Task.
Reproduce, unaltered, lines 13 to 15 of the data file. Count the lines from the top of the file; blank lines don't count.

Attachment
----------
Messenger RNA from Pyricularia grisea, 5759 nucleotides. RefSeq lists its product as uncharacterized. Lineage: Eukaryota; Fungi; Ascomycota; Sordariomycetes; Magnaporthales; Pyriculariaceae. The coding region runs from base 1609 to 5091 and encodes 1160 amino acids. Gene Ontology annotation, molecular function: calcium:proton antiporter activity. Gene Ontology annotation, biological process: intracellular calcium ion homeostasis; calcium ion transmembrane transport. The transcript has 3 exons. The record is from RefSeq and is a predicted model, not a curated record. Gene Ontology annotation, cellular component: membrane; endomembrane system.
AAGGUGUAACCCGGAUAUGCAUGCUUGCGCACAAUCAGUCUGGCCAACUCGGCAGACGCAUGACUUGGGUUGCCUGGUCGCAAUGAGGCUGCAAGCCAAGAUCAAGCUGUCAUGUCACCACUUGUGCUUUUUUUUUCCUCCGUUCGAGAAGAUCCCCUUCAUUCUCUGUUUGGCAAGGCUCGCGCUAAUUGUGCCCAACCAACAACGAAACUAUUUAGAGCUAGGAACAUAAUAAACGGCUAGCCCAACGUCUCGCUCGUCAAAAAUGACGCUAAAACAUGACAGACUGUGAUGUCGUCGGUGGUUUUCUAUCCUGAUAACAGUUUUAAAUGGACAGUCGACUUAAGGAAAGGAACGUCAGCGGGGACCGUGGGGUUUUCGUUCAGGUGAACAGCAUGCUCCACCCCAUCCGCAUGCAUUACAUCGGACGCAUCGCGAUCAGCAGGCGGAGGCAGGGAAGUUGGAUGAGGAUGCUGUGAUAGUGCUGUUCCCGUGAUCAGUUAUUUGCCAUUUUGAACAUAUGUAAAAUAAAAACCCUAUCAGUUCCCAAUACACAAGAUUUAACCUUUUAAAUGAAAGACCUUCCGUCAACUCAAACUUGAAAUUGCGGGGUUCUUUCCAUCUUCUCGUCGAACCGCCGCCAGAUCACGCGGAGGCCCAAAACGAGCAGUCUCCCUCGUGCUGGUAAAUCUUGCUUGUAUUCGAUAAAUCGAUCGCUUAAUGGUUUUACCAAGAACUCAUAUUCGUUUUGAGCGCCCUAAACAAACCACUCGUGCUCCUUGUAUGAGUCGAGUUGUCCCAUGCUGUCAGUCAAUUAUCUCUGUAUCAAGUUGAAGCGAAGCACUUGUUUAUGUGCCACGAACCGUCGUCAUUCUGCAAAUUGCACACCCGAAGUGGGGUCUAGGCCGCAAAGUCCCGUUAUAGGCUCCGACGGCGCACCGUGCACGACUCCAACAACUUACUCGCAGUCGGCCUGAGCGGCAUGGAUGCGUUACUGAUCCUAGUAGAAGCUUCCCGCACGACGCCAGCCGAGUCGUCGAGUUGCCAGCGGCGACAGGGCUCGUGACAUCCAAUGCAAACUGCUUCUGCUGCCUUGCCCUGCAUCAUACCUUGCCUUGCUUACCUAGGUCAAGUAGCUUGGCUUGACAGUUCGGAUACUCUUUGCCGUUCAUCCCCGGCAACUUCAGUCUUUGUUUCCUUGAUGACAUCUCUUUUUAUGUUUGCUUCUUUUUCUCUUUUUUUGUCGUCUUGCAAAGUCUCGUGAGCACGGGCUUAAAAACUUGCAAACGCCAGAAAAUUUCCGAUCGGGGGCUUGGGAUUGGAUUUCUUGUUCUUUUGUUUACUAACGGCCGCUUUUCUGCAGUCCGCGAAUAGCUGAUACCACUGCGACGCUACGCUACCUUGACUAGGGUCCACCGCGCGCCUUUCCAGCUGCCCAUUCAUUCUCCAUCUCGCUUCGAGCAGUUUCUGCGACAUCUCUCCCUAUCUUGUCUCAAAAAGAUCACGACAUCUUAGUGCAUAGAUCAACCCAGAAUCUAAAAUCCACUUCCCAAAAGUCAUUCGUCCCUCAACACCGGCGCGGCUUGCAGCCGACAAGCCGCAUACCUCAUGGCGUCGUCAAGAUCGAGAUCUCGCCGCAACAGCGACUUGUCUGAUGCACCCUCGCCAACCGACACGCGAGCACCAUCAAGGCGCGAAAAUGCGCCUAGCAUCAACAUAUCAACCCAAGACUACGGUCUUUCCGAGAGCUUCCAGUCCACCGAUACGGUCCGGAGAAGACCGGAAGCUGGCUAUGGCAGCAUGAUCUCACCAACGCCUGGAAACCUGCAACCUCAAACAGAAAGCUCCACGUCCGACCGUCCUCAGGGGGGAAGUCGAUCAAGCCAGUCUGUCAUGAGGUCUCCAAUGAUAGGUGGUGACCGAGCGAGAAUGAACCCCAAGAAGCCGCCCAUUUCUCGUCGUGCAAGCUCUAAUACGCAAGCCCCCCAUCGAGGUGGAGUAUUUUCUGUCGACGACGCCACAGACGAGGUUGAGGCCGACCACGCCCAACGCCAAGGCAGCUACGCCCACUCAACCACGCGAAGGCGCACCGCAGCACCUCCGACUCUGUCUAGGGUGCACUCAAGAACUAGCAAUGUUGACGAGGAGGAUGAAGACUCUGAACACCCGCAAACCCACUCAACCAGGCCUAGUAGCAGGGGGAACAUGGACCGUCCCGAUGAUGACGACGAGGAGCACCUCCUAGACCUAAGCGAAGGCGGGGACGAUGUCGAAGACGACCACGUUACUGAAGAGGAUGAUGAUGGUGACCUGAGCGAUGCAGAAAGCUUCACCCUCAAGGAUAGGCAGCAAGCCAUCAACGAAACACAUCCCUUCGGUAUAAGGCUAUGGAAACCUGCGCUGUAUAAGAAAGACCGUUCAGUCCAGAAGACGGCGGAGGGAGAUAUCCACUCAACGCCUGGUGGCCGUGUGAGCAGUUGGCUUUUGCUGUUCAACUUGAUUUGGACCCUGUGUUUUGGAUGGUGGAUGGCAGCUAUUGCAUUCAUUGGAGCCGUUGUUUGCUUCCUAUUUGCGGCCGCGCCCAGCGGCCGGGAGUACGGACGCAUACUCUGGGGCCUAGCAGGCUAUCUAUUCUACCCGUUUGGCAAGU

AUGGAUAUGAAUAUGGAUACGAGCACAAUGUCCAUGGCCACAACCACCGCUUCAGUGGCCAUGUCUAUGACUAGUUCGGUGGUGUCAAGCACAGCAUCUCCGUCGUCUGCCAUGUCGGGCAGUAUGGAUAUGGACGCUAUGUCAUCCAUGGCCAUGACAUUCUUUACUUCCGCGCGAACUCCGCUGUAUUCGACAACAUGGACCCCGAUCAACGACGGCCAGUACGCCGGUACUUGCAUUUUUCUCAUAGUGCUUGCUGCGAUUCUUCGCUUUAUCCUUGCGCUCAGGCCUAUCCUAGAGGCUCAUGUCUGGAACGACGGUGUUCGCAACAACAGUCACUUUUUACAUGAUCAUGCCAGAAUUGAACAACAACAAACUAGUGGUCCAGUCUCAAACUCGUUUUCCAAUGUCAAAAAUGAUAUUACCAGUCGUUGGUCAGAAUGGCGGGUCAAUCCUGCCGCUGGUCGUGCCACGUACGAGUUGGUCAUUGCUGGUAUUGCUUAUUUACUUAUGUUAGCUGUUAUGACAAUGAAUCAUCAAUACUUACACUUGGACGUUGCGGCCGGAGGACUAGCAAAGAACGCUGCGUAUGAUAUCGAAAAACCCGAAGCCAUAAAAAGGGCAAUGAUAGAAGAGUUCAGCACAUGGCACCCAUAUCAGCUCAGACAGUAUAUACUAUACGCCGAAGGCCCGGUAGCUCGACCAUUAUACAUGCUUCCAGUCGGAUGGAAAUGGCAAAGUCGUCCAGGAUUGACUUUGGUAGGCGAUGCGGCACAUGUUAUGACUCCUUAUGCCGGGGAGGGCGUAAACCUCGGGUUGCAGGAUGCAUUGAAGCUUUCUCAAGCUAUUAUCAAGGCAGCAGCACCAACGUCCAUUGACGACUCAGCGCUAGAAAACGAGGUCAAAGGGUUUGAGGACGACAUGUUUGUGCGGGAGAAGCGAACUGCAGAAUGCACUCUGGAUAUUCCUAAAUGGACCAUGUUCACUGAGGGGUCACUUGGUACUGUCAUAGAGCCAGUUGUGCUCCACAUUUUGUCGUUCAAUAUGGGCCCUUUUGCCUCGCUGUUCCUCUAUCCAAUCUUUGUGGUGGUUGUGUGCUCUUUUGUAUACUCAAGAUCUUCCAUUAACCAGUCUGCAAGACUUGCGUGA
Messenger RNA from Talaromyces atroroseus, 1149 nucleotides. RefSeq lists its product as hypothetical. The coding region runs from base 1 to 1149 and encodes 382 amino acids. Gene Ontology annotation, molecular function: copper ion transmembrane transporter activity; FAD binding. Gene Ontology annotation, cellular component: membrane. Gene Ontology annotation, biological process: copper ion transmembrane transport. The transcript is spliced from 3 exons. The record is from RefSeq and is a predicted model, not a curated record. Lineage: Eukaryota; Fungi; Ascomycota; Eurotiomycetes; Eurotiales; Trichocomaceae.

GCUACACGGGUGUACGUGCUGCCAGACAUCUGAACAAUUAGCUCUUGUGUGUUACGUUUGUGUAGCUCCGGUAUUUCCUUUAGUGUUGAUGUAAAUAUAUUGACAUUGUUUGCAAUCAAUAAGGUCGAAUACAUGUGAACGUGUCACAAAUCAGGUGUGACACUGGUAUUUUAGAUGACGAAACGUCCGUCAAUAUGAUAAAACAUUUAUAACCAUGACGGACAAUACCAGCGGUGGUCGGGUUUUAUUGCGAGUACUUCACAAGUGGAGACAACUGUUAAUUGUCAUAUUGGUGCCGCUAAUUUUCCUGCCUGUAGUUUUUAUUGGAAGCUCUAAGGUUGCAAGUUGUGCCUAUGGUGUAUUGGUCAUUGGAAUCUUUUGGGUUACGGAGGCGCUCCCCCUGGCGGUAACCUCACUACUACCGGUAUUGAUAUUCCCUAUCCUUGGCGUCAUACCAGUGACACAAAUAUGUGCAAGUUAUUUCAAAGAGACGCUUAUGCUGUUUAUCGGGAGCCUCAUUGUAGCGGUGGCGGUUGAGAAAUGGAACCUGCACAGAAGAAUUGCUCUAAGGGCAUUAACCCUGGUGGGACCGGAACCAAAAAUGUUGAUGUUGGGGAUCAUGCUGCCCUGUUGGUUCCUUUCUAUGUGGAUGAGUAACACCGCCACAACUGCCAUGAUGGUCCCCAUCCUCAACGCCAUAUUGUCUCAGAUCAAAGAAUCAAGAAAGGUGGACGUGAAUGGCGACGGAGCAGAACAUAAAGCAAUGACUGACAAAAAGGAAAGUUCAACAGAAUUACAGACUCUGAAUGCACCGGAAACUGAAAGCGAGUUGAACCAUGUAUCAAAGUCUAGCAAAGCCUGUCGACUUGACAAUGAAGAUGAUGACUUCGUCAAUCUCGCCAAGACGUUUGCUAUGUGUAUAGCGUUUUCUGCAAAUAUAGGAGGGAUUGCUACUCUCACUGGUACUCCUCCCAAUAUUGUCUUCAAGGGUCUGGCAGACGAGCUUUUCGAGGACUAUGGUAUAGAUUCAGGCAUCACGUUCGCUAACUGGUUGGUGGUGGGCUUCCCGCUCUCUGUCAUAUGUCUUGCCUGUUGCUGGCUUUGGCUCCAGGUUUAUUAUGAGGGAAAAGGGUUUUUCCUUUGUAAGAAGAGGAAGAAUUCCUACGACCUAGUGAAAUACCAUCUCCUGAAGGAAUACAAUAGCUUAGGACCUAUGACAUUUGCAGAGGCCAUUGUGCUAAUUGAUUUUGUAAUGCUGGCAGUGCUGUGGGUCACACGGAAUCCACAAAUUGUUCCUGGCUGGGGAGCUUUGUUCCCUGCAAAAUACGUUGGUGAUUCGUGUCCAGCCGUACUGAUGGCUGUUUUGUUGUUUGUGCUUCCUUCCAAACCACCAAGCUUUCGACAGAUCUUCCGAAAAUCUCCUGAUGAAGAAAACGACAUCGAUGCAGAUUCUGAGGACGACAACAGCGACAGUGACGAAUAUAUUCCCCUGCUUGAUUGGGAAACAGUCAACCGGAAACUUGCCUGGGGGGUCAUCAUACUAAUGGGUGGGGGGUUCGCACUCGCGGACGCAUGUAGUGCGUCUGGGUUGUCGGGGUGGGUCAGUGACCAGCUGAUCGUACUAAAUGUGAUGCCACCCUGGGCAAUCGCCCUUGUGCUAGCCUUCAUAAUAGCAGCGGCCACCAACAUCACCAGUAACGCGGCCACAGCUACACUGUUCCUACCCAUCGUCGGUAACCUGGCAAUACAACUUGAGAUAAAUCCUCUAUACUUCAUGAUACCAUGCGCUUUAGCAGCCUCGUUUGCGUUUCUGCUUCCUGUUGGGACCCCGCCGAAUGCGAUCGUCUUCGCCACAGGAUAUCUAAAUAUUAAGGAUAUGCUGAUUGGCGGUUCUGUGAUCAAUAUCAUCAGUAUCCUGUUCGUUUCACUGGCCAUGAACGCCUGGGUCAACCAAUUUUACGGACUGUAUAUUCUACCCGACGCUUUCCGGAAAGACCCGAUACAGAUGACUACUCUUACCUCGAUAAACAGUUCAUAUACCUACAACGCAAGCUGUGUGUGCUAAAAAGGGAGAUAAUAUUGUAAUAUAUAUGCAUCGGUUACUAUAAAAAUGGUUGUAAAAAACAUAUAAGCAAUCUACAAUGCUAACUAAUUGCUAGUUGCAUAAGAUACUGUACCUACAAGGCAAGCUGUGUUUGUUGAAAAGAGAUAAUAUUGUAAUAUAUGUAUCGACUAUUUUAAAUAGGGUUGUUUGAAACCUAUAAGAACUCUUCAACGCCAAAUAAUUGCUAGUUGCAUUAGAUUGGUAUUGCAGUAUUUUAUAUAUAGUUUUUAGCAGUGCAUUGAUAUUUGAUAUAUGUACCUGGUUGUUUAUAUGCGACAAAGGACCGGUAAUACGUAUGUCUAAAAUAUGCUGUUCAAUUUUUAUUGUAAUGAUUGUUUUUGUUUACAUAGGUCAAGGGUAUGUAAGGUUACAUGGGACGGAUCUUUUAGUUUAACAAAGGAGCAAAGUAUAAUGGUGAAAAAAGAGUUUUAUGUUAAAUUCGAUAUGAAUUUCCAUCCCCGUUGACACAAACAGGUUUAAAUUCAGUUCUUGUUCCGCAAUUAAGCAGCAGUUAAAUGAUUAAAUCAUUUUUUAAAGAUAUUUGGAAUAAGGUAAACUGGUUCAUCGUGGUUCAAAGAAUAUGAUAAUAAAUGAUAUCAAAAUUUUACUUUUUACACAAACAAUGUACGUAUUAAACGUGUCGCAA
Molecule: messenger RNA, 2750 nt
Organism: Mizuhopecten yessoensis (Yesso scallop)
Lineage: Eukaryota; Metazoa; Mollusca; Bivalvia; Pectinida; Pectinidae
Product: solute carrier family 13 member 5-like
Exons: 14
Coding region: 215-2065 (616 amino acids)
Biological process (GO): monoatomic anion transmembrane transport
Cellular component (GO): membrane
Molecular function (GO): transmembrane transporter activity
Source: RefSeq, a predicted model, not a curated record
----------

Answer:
Cellular component (GO): membrane
Molecular function (GO): transmembrane transporter activity
Source: RefSeq, a predicted model, not a curated record